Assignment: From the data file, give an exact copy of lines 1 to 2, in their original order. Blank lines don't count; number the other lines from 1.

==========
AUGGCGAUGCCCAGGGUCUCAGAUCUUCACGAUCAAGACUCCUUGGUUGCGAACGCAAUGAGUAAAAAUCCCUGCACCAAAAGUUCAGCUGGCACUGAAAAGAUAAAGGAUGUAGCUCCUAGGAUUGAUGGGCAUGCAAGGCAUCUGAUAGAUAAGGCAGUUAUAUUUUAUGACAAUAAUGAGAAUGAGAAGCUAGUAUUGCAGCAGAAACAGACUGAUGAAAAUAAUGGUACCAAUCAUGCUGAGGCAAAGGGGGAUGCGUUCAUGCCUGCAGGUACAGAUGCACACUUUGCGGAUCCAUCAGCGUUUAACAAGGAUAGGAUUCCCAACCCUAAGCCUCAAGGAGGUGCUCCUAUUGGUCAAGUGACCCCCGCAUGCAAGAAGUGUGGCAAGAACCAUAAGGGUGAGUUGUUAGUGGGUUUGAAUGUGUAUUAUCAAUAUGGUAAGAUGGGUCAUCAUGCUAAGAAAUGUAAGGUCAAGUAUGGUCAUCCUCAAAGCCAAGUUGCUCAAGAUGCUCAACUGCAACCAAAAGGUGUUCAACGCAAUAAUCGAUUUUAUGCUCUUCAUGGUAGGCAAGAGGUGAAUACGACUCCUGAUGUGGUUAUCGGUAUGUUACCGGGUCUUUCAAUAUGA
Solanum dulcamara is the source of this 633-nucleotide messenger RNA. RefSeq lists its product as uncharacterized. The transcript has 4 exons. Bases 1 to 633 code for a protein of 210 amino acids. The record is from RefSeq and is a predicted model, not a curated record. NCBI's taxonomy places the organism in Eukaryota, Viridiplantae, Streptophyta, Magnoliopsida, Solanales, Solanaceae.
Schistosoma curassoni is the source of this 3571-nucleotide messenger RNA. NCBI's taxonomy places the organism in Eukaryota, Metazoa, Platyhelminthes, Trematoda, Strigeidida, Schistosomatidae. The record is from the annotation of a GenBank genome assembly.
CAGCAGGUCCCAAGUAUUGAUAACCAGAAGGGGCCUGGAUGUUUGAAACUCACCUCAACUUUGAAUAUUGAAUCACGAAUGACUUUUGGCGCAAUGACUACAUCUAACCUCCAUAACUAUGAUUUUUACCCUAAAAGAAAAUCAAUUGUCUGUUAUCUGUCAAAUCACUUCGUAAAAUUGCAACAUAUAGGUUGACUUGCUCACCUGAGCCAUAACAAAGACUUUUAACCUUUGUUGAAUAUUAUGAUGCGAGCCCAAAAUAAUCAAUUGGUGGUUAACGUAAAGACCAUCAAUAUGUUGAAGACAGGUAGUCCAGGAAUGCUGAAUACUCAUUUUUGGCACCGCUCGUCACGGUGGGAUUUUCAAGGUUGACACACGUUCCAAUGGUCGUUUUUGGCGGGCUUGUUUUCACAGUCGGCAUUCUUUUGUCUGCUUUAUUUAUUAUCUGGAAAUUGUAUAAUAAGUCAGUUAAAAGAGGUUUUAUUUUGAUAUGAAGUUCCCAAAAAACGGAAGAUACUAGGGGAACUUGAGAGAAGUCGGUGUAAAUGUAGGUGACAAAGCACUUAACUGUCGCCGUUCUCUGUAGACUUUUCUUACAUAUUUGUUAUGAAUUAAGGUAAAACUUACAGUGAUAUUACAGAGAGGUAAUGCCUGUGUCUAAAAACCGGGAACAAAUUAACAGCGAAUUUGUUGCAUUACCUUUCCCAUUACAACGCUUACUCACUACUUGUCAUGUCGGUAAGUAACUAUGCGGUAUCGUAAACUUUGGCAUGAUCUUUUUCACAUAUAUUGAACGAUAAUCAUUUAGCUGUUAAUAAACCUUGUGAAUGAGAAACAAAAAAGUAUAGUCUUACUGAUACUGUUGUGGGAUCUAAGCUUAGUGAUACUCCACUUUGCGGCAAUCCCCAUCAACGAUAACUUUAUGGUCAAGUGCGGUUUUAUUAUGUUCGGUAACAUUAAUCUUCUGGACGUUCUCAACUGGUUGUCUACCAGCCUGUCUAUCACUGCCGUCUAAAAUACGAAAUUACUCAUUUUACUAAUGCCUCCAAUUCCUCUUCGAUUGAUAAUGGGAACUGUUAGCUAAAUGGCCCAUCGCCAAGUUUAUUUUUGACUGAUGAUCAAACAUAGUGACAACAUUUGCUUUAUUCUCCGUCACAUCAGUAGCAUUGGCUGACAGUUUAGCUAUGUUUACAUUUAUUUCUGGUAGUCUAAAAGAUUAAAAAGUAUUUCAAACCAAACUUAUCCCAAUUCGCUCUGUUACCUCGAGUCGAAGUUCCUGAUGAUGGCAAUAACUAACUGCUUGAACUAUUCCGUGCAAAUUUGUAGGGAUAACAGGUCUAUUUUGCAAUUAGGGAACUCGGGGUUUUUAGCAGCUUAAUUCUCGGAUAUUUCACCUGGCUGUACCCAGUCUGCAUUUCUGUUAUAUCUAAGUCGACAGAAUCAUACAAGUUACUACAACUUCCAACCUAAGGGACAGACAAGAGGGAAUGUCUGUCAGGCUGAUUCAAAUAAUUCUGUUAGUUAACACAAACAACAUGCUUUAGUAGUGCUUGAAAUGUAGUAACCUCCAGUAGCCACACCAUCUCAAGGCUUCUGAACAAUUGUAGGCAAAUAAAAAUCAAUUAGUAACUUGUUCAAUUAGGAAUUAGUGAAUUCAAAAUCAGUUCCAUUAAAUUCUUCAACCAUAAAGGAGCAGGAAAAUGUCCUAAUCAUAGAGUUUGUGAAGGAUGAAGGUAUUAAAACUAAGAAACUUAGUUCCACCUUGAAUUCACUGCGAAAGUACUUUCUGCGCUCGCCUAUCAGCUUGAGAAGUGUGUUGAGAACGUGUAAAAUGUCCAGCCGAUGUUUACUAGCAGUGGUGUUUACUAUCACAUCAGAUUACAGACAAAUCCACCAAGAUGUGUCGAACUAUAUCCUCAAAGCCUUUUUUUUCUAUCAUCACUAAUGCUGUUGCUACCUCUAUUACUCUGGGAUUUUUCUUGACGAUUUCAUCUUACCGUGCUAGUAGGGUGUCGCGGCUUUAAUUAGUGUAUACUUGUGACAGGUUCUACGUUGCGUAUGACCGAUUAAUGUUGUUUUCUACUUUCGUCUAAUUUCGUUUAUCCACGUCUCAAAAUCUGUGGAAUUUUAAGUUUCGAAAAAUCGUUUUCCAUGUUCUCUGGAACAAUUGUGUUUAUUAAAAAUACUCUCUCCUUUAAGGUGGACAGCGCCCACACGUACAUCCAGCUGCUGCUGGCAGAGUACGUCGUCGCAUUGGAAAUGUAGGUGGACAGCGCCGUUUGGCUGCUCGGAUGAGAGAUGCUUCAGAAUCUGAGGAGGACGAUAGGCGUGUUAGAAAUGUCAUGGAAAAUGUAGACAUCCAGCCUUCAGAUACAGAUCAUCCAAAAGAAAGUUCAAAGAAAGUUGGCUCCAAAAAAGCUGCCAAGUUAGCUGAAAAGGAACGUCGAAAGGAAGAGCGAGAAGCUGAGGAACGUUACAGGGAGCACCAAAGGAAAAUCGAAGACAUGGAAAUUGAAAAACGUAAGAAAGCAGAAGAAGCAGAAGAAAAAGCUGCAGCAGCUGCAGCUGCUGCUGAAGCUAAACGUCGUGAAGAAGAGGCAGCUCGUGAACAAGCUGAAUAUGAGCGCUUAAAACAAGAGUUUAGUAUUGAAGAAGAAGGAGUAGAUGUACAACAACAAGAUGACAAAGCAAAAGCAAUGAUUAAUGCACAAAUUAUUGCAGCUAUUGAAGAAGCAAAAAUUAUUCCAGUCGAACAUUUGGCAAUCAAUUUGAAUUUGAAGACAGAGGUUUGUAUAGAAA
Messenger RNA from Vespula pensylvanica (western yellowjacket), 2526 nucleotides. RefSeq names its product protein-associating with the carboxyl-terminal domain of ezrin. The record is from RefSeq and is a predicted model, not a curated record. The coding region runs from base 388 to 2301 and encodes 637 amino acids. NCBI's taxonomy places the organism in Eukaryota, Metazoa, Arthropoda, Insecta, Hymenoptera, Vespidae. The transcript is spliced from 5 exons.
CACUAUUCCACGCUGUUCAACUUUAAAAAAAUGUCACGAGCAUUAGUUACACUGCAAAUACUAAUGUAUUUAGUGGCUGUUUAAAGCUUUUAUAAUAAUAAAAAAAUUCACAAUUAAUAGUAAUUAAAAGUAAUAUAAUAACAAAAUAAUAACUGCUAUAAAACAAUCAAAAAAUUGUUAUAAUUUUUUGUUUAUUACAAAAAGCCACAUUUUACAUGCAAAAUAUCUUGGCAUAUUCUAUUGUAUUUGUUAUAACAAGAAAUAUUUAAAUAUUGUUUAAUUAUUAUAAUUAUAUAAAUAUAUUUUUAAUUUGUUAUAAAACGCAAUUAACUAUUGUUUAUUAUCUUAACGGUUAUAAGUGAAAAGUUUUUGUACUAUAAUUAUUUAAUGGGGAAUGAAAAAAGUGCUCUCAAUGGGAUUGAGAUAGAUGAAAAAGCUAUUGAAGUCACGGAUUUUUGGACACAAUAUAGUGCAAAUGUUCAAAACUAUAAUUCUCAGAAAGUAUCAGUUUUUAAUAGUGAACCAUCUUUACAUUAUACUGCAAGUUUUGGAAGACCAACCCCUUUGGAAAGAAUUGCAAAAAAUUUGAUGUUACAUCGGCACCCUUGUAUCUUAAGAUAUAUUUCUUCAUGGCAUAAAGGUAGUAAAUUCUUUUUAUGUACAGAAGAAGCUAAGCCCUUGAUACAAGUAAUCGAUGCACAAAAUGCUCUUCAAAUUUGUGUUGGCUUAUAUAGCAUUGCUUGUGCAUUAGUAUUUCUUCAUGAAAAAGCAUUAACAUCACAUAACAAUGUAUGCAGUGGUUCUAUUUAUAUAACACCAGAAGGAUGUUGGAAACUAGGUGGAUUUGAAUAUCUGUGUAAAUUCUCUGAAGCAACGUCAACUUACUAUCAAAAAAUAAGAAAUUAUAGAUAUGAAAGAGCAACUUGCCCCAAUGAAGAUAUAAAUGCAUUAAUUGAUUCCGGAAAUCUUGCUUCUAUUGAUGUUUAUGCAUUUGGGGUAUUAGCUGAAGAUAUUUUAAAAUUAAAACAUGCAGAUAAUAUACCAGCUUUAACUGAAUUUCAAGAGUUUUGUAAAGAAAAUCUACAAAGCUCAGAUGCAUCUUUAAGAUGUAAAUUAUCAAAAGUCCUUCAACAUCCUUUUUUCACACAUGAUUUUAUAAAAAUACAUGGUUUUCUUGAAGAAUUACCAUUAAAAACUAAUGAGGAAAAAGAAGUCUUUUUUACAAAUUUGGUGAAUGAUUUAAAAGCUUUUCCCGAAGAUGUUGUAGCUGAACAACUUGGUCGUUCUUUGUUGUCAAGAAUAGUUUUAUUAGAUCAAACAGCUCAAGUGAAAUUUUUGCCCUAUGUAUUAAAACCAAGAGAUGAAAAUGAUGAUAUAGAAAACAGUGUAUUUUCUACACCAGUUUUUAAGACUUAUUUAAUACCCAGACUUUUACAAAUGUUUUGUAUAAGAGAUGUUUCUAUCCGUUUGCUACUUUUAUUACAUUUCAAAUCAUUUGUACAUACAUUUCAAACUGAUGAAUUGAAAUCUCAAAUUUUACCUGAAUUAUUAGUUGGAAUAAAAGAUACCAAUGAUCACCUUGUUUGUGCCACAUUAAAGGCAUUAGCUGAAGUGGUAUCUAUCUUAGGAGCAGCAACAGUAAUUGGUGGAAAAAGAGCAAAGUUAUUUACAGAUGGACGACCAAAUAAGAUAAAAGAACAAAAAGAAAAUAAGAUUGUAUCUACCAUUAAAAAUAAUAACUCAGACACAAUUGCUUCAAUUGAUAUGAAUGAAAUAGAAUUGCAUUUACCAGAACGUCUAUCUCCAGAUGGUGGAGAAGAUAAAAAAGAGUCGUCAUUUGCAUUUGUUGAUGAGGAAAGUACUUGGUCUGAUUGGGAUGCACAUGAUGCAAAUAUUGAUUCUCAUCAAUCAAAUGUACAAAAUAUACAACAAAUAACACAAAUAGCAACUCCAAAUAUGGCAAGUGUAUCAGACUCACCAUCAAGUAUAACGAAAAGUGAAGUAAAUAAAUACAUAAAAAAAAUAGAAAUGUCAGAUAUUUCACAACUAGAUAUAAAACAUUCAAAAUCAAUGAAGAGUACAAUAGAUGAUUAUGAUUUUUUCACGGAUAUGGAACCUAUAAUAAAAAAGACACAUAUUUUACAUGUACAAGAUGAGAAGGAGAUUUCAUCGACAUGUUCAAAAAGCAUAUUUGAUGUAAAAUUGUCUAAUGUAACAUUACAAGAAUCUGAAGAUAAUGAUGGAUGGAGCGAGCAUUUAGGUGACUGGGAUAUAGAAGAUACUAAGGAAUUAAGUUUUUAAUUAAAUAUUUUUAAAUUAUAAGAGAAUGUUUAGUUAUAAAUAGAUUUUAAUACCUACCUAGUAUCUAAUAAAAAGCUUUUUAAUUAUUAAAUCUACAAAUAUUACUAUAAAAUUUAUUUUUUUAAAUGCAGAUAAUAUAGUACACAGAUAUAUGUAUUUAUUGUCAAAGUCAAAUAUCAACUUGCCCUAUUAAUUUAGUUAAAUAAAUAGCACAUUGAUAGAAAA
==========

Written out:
AUGGCGAUGCCCAGGGUCUCAGAUCUUCACGAUCAAGACUCCUUGGUUGCGAACGCAAUGAGUAAAAAUCCCUGCACCAAAAGUUCAGCUGGCACUGAAAAGAUAAAGGAUGUAGCUCCUAGGAUUGAUGGGCAUGCAAGGCAUCUGAUAGAUAAGGCAGUUAUAUUUUAUGACAAUAAUGAGAAUGAGAAGCUAGUAUUGCAGCAGAAACAGACUGAUGAAAAUAAUGGUACCAAUCAUGCUGAGGCAAAGGGGGAUGCGUUCAUGCCUGCAGGUACAGAUGCACACUUUGCGGAUCCAUCAGCGUUUAACAAGGAUAGGAUUCCCAACCCUAAGCCUCAAGGAGGUGCUCCUAUUGGUCAAGUGACCCCCGCAUGCAAGAAGUGUGGCAAGAACCAUAAGGGUGAGUUGUUAGUGGGUUUGAAUGUGUAUUAUCAAUAUGGUAAGAUGGGUCAUCAUGCUAAGAAAUGUAAGGUCAAGUAUGGUCAUCCUCAAAGCCAAGUUGCUCAAGAUGCUCAACUGCAACCAAAAGGUGUUCAACGCAAUAAUCGAUUUUAUGCUCUUCAUGGUAGGCAAGAGGUGAAUACGACUCCUGAUGUGGUUAUCGGUAUGUUACCGGGUCUUUCAAUAUGA
Solanum dulcamara is the source of this 633-nucleotide messenger RNA. RefSeq lists its product as uncharacterized. The transcript has 4 exons. Bases 1 to 633 code for a protein of 210 amino acids. The record is from RefSeq and is a predicted model, not a curated record. NCBI's taxonomy places the organism in Eukaryota, Viridiplantae, Streptophyta, Magnoliopsida, Solanales, Solanaceae.